A 72-year-old woman was shot to death yesterday in a brazen midafternoon robbery attempt outside a Waverly bank, where the woman had just withdrawn a large sum of cash to pay employees of her family-run cleaning business.
Pearl Elizabeth Moffett struggled with the gunman in the parking lot before he shot her in the upper body about 1:30 p.m., police said.
She died moments later on the front seat of her 1987 Chevrolet Blazer.
The unidentified man fled and apparently didn't take any of the money Mrs. Moffett had withdrawn from the NationsBank branch in the 3300 block of Greenmount Ave., about five blocks from Memorial Stadium.
Police would not say precisely how much money was withdrawn, but sources said the sum was less than $2,000.
"She wasn't afraid of anybody or anything. She was a strong-willed person. That's probably why she struggled with the assailant," said Phil Strayer, a family friend and president of the cleaning company that employs Mrs. Moffett and her husband.
Mrs. Moffett lived in the 800 block of Montpelier St. in a tidy rowhouse with a well-kept garden of petunias and carnations in the front yard.
Every Friday she went to the bank, about six blocks away, to make a withdrawal intended for payroll expenses for the cleaning business, Mr. Strayer said.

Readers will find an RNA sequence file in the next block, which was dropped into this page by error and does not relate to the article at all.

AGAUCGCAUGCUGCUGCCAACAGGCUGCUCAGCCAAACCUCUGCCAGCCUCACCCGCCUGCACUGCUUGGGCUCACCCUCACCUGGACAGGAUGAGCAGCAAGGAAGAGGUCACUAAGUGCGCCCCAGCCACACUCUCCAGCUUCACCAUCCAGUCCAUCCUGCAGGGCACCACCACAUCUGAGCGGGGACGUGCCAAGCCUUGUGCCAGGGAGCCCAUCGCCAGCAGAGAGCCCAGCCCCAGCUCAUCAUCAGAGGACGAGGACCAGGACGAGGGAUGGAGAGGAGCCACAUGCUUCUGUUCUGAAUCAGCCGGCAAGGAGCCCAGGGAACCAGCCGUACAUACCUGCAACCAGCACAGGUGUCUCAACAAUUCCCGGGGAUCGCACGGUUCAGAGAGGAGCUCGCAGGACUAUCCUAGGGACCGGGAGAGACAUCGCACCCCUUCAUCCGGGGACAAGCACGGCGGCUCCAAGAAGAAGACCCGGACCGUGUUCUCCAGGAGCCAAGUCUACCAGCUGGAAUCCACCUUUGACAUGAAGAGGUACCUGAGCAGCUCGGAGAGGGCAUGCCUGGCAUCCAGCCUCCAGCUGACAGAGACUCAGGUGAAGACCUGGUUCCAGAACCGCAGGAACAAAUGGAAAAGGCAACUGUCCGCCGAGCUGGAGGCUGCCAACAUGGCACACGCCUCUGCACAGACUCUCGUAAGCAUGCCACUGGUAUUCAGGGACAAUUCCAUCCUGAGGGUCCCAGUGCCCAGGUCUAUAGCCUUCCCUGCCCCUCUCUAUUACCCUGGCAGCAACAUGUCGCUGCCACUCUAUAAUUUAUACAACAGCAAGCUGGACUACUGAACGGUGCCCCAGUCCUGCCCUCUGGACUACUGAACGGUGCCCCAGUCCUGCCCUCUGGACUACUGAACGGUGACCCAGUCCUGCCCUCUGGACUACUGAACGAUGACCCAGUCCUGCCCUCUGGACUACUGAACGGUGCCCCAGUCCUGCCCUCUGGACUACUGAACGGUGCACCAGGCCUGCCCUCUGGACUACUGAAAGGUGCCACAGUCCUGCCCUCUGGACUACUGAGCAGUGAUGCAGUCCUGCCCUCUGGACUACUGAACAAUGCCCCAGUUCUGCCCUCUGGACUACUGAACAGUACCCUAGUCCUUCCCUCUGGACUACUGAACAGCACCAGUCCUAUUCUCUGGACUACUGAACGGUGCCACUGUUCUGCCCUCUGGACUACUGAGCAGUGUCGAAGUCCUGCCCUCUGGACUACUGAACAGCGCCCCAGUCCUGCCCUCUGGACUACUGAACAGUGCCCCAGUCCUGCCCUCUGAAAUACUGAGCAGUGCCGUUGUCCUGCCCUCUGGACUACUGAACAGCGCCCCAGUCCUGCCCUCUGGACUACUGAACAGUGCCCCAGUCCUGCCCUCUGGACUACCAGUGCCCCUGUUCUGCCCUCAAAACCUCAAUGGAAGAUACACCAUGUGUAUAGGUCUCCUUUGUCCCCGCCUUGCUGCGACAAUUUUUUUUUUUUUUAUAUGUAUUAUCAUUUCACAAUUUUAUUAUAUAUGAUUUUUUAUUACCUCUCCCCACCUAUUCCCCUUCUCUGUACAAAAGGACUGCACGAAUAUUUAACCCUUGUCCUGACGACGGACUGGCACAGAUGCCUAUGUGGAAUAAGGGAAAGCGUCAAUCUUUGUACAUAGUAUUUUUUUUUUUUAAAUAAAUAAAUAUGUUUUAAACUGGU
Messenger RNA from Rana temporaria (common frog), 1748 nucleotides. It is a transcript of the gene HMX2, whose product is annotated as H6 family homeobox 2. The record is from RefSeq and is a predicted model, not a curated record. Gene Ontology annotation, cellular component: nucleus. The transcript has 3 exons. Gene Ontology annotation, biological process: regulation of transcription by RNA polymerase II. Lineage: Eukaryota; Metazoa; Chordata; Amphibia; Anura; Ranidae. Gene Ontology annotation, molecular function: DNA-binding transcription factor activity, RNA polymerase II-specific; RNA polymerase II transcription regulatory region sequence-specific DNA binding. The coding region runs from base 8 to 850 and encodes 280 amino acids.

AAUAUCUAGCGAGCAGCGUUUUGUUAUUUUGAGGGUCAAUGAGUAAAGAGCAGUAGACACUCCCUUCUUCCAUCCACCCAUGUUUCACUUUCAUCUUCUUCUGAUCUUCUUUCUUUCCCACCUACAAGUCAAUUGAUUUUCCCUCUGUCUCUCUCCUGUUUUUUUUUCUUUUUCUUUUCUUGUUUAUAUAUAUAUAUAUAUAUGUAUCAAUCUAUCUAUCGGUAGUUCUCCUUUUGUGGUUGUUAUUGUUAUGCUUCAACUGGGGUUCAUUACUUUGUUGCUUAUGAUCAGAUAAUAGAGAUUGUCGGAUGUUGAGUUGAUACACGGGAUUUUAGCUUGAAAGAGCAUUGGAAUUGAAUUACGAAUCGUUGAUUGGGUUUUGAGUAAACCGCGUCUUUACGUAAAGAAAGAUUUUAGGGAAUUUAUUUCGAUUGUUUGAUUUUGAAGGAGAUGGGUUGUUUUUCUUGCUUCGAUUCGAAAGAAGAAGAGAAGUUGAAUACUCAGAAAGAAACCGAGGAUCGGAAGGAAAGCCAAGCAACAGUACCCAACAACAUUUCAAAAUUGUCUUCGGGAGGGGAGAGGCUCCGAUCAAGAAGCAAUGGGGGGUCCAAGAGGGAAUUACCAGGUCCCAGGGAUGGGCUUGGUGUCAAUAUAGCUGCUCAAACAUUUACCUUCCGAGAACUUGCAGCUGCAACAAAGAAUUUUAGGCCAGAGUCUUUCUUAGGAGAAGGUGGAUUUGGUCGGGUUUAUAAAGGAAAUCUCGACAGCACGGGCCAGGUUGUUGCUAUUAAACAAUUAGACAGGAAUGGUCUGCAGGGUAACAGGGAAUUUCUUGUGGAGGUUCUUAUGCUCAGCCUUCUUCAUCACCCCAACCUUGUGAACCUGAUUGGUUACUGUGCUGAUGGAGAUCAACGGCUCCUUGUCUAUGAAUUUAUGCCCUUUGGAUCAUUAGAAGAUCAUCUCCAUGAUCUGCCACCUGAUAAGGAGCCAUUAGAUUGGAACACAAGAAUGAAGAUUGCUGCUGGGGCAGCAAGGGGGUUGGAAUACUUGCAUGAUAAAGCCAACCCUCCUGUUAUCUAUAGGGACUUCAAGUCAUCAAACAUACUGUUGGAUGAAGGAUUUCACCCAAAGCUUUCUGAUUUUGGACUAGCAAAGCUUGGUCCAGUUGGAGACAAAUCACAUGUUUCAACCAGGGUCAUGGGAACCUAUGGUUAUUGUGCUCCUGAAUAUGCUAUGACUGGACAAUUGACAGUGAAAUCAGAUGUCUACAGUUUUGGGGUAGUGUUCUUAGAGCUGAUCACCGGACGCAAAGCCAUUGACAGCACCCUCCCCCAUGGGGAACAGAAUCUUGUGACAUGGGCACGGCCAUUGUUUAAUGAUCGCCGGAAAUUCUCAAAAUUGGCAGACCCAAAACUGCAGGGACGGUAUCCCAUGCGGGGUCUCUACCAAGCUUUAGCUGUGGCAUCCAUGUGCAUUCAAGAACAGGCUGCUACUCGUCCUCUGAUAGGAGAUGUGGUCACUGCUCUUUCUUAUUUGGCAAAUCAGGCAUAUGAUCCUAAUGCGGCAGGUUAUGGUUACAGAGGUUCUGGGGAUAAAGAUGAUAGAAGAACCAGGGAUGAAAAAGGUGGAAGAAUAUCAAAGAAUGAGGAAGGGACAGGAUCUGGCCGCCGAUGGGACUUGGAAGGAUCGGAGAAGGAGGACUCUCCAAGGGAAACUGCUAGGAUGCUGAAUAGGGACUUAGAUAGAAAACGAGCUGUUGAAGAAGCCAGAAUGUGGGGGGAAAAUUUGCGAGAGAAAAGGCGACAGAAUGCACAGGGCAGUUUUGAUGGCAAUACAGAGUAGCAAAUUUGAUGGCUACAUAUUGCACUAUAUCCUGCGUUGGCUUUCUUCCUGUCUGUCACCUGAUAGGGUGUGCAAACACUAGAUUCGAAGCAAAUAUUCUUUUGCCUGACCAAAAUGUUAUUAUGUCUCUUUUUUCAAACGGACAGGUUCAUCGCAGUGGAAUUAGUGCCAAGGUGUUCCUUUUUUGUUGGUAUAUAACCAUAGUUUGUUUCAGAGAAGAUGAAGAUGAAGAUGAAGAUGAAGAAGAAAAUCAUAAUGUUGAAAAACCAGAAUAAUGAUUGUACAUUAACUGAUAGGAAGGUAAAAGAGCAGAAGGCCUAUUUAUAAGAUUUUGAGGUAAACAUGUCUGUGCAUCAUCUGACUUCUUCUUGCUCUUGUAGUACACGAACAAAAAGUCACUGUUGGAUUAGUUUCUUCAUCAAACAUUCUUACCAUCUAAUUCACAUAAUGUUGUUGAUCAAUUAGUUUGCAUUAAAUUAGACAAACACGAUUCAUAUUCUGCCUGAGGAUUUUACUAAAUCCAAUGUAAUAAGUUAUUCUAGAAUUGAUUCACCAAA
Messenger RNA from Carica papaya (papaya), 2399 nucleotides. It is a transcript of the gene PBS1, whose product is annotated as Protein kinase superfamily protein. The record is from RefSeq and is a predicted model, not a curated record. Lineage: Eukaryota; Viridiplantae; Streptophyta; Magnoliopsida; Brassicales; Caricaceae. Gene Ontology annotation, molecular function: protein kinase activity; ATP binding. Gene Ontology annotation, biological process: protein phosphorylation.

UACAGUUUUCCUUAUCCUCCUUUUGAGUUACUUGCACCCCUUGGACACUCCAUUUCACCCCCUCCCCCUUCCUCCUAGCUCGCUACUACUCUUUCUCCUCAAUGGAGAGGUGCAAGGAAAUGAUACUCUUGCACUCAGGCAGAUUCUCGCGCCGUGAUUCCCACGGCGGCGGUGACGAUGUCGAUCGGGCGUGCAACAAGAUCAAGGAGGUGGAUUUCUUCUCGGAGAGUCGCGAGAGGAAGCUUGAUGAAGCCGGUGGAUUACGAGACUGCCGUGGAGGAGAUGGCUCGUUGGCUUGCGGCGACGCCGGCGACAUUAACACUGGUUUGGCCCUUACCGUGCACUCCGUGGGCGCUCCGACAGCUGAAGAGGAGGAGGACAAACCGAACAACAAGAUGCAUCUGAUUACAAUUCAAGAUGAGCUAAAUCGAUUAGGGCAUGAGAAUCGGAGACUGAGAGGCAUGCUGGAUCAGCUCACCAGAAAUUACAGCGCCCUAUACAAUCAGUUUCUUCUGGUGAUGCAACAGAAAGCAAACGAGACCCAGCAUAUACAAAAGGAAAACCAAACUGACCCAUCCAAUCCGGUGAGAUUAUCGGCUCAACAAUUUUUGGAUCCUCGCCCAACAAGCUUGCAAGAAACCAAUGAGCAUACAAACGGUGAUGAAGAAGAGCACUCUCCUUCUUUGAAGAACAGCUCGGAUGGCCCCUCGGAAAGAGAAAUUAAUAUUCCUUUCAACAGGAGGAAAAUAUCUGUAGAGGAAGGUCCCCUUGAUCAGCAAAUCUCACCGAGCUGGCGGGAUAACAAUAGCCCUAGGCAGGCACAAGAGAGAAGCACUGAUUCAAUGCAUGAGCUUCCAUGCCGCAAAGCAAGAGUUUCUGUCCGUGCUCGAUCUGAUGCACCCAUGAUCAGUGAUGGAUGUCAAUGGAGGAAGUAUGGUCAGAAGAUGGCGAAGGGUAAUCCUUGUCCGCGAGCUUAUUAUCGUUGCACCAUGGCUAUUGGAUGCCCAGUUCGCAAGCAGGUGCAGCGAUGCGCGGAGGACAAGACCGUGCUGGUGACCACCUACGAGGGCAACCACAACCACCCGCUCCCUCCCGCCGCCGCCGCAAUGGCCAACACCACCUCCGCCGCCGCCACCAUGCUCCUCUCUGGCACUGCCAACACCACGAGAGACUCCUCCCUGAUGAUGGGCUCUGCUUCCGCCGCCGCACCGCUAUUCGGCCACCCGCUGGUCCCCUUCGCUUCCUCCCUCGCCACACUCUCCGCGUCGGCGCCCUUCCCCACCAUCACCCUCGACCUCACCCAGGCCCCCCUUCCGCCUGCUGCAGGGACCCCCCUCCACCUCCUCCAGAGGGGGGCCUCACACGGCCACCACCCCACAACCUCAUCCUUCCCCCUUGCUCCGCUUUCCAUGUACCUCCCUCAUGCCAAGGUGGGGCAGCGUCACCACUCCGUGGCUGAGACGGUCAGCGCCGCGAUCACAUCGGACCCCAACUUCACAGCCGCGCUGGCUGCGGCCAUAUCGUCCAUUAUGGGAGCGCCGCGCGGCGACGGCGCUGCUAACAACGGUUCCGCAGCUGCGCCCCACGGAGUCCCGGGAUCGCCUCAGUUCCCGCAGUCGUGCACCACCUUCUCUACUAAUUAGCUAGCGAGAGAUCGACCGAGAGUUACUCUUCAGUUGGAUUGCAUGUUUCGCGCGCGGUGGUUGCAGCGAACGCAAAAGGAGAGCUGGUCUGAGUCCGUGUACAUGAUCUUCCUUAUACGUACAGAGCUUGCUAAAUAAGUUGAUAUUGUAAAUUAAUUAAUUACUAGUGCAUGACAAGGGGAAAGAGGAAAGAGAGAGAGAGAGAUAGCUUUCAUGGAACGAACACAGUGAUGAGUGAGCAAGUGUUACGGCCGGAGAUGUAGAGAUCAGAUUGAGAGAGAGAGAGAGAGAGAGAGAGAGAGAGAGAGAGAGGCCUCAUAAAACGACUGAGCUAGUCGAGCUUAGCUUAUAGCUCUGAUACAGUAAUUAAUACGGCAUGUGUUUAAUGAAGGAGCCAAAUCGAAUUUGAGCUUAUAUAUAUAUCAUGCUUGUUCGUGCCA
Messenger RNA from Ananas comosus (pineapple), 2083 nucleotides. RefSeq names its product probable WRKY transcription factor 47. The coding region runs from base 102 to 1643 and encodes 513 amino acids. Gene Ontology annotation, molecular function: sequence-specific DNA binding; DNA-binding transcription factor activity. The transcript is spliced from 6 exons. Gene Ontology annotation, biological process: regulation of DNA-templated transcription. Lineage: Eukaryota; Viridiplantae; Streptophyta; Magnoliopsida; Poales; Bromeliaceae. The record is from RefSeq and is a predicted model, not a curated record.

The employees of the business -- called Maryland Classic -- were routinely paid in cash, Mr. Strayer said.
Police said they don't know whether the gunman selected Mrs. Moffett at random or whether he was lying in wait, knowing she would be leaving the bank with the payroll money.
"She was fairly routine about her trips to the bank, but whether the gunman was aware of that, we don't know," said Robert W. Weinhold Jr., a city police spokesman.
Mrs. Moffett called her husband, Thomas J. Moffett, earlier in the day yesterday to report that she saw three suspicious men near the back yard of her home, according to Mr. Strayer.
Police investigators wouldn't comment on whether those men may have played a role in the attempted robbery.
Mr. Moffett couldn't be reached last night.
Joan Culpepper, one of Mrs. Moffett's neighbors who was at the bank at the time of the shooting and was interviewed most of the day by homicide detectives, said she saw the gunman flee the area in a gray sedan.
"I heard the shot, and I went and I saw her in the car. I went and looked at who it was, I saw the blood on her head, and I ran back and told somebody to call the police, a lady has been shot," Mrs. Culpepper said.
Mrs. Culpepper realized it was probably her neighbor after she recognized the black Blazer Mrs. Moffett usually drove. Shaken, Mrs. Culpepper said, "It's a terrible thing."
Added another neighbor, Anne Garvey: "She was one of the best neighbors you'll ever have. She was a neighborhood person. She kept the neighborhood in good shape."
Police said they located an abandoned gray 1988 Pontiac Bonneville nearby, at Barclay and Camp streets. "We believe that may have been the getaway vehicle," Officer Weinhold said.
The gunman was apparently startled after firing the shot that killed Mrs. Moffett and hurriedly ran from the parking lot, which is adjacent to the bank building in the 500 block of Venable St., police said. In his rush, he left the money behind.
Police said the gunman ran a short distance before getting into a gray car and driving away. He was still being sought last night. They said they did not have a detailed description.